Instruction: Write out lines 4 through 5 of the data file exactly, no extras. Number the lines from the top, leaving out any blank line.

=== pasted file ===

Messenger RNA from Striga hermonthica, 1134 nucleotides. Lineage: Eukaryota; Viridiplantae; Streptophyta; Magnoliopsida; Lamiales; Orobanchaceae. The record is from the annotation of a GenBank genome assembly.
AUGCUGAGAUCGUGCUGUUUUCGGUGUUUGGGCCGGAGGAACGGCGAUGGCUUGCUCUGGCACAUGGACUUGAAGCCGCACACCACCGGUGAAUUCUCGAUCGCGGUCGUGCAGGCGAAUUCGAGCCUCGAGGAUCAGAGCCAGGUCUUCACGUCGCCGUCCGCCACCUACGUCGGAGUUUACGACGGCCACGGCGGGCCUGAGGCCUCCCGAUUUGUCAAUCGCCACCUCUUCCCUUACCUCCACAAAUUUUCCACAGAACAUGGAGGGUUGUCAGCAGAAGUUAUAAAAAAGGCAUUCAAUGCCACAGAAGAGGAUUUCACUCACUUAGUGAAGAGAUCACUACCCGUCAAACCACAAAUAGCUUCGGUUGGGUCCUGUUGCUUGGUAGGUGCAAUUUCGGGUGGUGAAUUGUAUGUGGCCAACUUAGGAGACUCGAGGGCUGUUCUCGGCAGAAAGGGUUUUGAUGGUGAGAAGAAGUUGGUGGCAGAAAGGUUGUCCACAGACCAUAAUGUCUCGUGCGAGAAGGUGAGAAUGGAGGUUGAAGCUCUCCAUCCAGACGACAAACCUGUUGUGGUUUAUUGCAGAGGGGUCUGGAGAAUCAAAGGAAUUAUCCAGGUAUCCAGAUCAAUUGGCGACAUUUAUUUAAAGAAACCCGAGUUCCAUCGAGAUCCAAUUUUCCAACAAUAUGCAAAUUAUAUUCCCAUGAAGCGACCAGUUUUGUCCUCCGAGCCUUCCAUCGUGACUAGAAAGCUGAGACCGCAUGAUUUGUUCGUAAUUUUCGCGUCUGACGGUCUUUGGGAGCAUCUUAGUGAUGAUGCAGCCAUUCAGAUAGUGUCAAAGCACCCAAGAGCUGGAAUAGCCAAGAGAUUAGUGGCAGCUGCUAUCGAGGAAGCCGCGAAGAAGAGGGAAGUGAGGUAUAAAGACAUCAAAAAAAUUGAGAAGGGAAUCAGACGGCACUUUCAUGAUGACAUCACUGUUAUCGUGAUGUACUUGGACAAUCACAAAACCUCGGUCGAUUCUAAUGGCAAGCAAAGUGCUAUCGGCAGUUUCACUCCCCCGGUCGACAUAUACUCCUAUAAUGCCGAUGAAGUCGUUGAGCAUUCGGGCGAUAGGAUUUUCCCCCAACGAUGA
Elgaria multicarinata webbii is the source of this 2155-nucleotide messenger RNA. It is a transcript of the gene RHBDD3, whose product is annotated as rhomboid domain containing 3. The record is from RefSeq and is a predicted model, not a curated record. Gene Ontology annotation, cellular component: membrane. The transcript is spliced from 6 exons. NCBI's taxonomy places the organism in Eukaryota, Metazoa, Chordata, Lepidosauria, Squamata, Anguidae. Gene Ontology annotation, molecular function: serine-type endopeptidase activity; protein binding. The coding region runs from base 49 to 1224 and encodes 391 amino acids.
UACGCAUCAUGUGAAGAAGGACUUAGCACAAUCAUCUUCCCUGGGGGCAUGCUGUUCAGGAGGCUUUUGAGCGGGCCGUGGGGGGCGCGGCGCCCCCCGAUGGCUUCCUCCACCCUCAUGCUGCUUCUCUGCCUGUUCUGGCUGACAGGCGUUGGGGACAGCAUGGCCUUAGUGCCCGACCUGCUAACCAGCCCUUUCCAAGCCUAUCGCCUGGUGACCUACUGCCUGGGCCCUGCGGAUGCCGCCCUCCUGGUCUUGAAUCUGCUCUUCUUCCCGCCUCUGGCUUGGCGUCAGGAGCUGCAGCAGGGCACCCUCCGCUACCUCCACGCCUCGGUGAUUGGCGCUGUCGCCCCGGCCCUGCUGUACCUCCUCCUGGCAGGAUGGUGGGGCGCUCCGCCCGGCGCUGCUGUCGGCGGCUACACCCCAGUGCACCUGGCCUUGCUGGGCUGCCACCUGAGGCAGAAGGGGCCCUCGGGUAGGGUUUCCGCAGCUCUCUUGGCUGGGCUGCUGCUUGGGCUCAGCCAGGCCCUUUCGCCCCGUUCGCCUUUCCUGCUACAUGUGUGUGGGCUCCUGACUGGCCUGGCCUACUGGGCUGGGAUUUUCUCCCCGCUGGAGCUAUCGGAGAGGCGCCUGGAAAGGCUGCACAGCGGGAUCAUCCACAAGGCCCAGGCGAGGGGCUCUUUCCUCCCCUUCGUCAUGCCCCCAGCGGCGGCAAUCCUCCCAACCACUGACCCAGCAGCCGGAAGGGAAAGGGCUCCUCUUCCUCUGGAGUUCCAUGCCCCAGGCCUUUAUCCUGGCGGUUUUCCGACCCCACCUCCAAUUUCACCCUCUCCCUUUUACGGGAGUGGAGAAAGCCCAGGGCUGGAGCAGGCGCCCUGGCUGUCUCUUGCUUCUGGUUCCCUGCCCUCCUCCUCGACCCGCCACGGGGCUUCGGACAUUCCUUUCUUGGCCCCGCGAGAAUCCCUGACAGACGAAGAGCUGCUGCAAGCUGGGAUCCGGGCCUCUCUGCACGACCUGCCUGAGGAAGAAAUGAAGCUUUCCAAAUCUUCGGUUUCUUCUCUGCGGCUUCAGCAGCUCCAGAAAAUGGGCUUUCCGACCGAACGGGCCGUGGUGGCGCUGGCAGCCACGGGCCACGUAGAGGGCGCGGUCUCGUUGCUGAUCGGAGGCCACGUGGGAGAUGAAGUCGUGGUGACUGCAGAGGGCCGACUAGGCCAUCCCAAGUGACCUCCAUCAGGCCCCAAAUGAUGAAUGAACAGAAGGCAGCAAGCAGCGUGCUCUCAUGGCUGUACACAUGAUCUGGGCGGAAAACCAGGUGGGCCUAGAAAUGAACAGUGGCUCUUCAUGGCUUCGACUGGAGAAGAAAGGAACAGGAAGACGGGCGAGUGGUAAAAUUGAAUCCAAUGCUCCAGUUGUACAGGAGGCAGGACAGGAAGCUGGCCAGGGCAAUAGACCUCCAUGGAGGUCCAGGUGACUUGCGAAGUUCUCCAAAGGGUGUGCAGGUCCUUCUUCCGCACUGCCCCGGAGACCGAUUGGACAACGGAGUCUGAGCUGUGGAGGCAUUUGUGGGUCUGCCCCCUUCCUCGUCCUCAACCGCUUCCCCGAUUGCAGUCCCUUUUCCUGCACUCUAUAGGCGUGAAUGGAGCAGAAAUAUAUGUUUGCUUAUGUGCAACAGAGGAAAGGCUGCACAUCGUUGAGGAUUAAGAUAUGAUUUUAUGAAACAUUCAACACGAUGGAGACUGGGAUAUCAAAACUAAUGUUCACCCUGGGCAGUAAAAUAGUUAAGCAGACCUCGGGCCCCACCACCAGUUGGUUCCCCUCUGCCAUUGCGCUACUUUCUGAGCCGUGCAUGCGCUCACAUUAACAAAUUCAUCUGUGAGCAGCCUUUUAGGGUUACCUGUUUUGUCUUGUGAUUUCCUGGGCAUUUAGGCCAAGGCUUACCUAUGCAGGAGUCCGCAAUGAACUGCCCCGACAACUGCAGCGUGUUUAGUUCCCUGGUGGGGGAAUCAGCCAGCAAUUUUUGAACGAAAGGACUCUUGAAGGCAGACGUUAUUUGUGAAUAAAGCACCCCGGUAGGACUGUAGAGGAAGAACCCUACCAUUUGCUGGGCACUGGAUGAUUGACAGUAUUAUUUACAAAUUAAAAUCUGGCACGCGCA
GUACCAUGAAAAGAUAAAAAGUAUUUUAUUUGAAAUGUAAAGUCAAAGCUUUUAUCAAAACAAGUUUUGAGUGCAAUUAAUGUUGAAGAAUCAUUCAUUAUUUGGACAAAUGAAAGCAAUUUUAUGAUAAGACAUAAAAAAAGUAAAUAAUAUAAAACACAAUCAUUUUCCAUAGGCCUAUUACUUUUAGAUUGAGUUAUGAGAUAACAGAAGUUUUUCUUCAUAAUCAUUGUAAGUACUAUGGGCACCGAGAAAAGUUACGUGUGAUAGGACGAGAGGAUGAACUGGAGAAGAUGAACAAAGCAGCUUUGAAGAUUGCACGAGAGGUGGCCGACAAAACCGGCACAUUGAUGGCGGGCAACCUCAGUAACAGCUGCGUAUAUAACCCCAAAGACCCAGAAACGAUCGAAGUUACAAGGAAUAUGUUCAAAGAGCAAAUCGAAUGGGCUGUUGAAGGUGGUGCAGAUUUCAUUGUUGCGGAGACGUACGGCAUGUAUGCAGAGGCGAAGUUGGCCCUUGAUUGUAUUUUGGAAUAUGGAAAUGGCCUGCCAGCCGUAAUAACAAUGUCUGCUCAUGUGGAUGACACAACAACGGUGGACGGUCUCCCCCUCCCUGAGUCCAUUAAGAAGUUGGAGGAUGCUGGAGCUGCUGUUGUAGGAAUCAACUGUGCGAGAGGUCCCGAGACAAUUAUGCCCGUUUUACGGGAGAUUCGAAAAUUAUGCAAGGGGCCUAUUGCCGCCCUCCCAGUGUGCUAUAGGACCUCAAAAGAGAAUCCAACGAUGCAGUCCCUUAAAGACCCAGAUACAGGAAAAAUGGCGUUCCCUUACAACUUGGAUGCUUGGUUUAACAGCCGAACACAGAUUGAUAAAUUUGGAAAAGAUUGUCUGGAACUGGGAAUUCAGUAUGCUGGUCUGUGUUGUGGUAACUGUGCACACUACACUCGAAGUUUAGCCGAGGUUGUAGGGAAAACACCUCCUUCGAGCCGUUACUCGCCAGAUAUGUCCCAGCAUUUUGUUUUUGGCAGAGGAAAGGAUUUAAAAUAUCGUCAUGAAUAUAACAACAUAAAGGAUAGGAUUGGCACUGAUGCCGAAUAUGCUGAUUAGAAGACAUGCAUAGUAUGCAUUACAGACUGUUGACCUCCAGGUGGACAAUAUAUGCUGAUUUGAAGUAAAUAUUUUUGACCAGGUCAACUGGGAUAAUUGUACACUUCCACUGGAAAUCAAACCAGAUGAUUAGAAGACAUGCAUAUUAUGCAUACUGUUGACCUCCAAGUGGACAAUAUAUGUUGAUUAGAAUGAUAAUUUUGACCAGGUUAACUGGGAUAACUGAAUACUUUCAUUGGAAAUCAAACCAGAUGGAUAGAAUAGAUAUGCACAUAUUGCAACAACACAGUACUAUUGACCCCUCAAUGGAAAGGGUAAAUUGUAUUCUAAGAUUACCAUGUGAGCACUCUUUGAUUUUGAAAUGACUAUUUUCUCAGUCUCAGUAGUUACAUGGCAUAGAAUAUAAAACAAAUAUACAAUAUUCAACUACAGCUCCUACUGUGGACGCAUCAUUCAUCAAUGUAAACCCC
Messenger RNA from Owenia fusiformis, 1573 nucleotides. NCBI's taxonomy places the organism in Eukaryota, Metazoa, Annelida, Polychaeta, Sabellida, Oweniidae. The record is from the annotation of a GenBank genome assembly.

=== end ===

UACGCAUCAUGUGAAGAAGGACUUAGCACAAUCAUCUUCCCUGGGGGCAUGCUGUUCAGGAGGCUUUUGAGCGGGCCGUGGGGGGCGCGGCGCCCCCCGAUGGCUUCCUCCACCCUCAUGCUGCUUCUCUGCCUGUUCUGGCUGACAGGCGUUGGGGACAGCAUGGCCUUAGUGCCCGACCUGCUAACCAGCCCUUUCCAAGCCUAUCGCCUGGUGACCUACUGCCUGGGCCCUGCGGAUGCCGCCCUCCUGGUCUUGAAUCUGCUCUUCUUCCCGCCUCUGGCUUGGCGUCAGGAGCUGCAGCAGGGCACCCUCCGCUACCUCCACGCCUCGGUGAUUGGCGCUGUCGCCCCGGCCCUGCUGUACCUCCUCCUGGCAGGAUGGUGGGGCGCUCCGCCCGGCGCUGCUGUCGGCGGCUACACCCCAGUGCACCUGGCCUUGCUGGGCUGCCACCUGAGGCAGAAGGGGCCCUCGGGUAGGGUUUCCGCAGCUCUCUUGGCUGGGCUGCUGCUUGGGCUCAGCCAGGCCCUUUCGCCCCGUUCGCCUUUCCUGCUACAUGUGUGUGGGCUCCUGACUGGCCUGGCCUACUGGGCUGGGAUUUUCUCCCCGCUGGAGCUAUCGGAGAGGCGCCUGGAAAGGCUGCACAGCGGGAUCAUCCACAAGGCCCAGGCGAGGGGCUCUUUCCUCCCCUUCGUCAUGCCCCCAGCGGCGGCAAUCCUCCCAACCACUGACCCAGCAGCCGGAAGGGAAAGGGCUCCUCUUCCUCUGGAGUUCCAUGCCCCAGGCCUUUAUCCUGGCGGUUUUCCGACCCCACCUCCAAUUUCACCCUCUCCCUUUUACGGGAGUGGAGAAAGCCCAGGGCUGGAGCAGGCGCCCUGGCUGUCUCUUGCUUCUGGUUCCCUGCCCUCCUCCUCGACCCGCCACGGGGCUUCGGACAUUCCUUUCUUGGCCCCGCGAGAAUCCCUGACAGACGAAGAGCUGCUGCAAGCUGGGAUCCGGGCCUCUCUGCACGACCUGCCUGAGGAAGAAAUGAAGCUUUCCAAAUCUUCGGUUUCUUCUCUGCGGCUUCAGCAGCUCCAGAAAAUGGGCUUUCCGACCGAACGGGCCGUGGUGGCGCUGGCAGCCACGGGCCACGUAGAGGGCGCGGUCUCGUUGCUGAUCGGAGGCCACGUGGGAGAUGAAGUCGUGGUGACUGCAGAGGGCCGACUAGGCCAUCCCAAGUGACCUCCAUCAGGCCCCAAAUGAUGAAUGAACAGAAGGCAGCAAGCAGCGUGCUCUCAUGGCUGUACACAUGAUCUGGGCGGAAAACCAGGUGGGCCUAGAAAUGAACAGUGGCUCUUCAUGGCUUCGACUGGAGAAGAAAGGAACAGGAAGACGGGCGAGUGGUAAAAUUGAAUCCAAUGCUCCAGUUGUACAGGAGGCAGGACAGGAAGCUGGCCAGGGCAAUAGACCUCCAUGGAGGUCCAGGUGACUUGCGAAGUUCUCCAAAGGGUGUGCAGGUCCUUCUUCCGCACUGCCCCGGAGACCGAUUGGACAACGGAGUCUGAGCUGUGGAGGCAUUUGUGGGUCUGCCCCCUUCCUCGUCCUCAACCGCUUCCCCGAUUGCAGUCCCUUUUCCUGCACUCUAUAGGCGUGAAUGGAGCAGAAAUAUAUGUUUGCUUAUGUGCAACAGAGGAAAGGCUGCACAUCGUUGAGGAUUAAGAUAUGAUUUUAUGAAACAUUCAACACGAUGGAGACUGGGAUAUCAAAACUAAUGUUCACCCUGGGCAGUAAAAUAGUUAAGCAGACCUCGGGCCCCACCACCAGUUGGUUCCCCUCUGCCAUUGCGCUACUUUCUGAGCCGUGCAUGCGCUCACAUUAACAAAUUCAUCUGUGAGCAGCCUUUUAGGGUUACCUGUUUUGUCUUGUGAUUUCCUGGGCAUUUAGGCCAAGGCUUACCUAUGCAGGAGUCCGCAAUGAACUGCCCCGACAACUGCAGCGUGUUUAGUUCCCUGGUGGGGGAAUCAGCCAGCAAUUUUUGAACGAAAGGACUCUUGAAGGCAGACGUUAUUUGUGAAUAAAGCACCCCGGUAGGACUGUAGAGGAAGAACCCUACCAUUUGCUGGGCACUGGAUGAUUGACAGUAUUAUUUACAAAUUAAAAUCUGGCACGCGCA
GUACCAUGAAAAGAUAAAAAGUAUUUUAUUUGAAAUGUAAAGUCAAAGCUUUUAUCAAAACAAGUUUUGAGUGCAAUUAAUGUUGAAGAAUCAUUCAUUAUUUGGACAAAUGAAAGCAAUUUUAUGAUAAGACAUAAAAAAAGUAAAUAAUAUAAAACACAAUCAUUUUCCAUAGGCCUAUUACUUUUAGAUUGAGUUAUGAGAUAACAGAAGUUUUUCUUCAUAAUCAUUGUAAGUACUAUGGGCACCGAGAAAAGUUACGUGUGAUAGGACGAGAGGAUGAACUGGAGAAGAUGAACAAAGCAGCUUUGAAGAUUGCACGAGAGGUGGCCGACAAAACCGGCACAUUGAUGGCGGGCAACCUCAGUAACAGCUGCGUAUAUAACCCCAAAGACCCAGAAACGAUCGAAGUUACAAGGAAUAUGUUCAAAGAGCAAAUCGAAUGGGCUGUUGAAGGUGGUGCAGAUUUCAUUGUUGCGGAGACGUACGGCAUGUAUGCAGAGGCGAAGUUGGCCCUUGAUUGUAUUUUGGAAUAUGGAAAUGGCCUGCCAGCCGUAAUAACAAUGUCUGCUCAUGUGGAUGACACAACAACGGUGGACGGUCUCCCCCUCCCUGAGUCCAUUAAGAAGUUGGAGGAUGCUGGAGCUGCUGUUGUAGGAAUCAACUGUGCGAGAGGUCCCGAGACAAUUAUGCCCGUUUUACGGGAGAUUCGAAAAUUAUGCAAGGGGCCUAUUGCCGCCCUCCCAGUGUGCUAUAGGACCUCAAAAGAGAAUCCAACGAUGCAGUCCCUUAAAGACCCAGAUACAGGAAAAAUGGCGUUCCCUUACAACUUGGAUGCUUGGUUUAACAGCCGAACACAGAUUGAUAAAUUUGGAAAAGAUUGUCUGGAACUGGGAAUUCAGUAUGCUGGUCUGUGUUGUGGUAACUGUGCACACUACACUCGAAGUUUAGCCGAGGUUGUAGGGAAAACACCUCCUUCGAGCCGUUACUCGCCAGAUAUGUCCCAGCAUUUUGUUUUUGGCAGAGGAAAGGAUUUAAAAUAUCGUCAUGAAUAUAACAACAUAAAGGAUAGGAUUGGCACUGAUGCCGAAUAUGCUGAUUAGAAGACAUGCAUAGUAUGCAUUACAGACUGUUGACCUCCAGGUGGACAAUAUAUGCUGAUUUGAAGUAAAUAUUUUUGACCAGGUCAACUGGGAUAAUUGUACACUUCCACUGGAAAUCAAACCAGAUGAUUAGAAGACAUGCAUAUUAUGCAUACUGUUGACCUCCAAGUGGACAAUAUAUGUUGAUUAGAAUGAUAAUUUUGACCAGGUUAACUGGGAUAACUGAAUACUUUCAUUGGAAAUCAAACCAGAUGGAUAGAAUAGAUAUGCACAUAUUGCAACAACACAGUACUAUUGACCCCUCAAUGGAAAGGGUAAAUUGUAUUCUAAGAUUACCAUGUGAGCACUCUUUGAUUUUGAAAUGACUAUUUUCUCAGUCUCAGUAGUUACAUGGCAUAGAAUAUAAAACAAAUAUACAAUAUUCAACUACAGCUCCUACUGUGGACGCAUCAUUCAUCAAUGUAAACCCC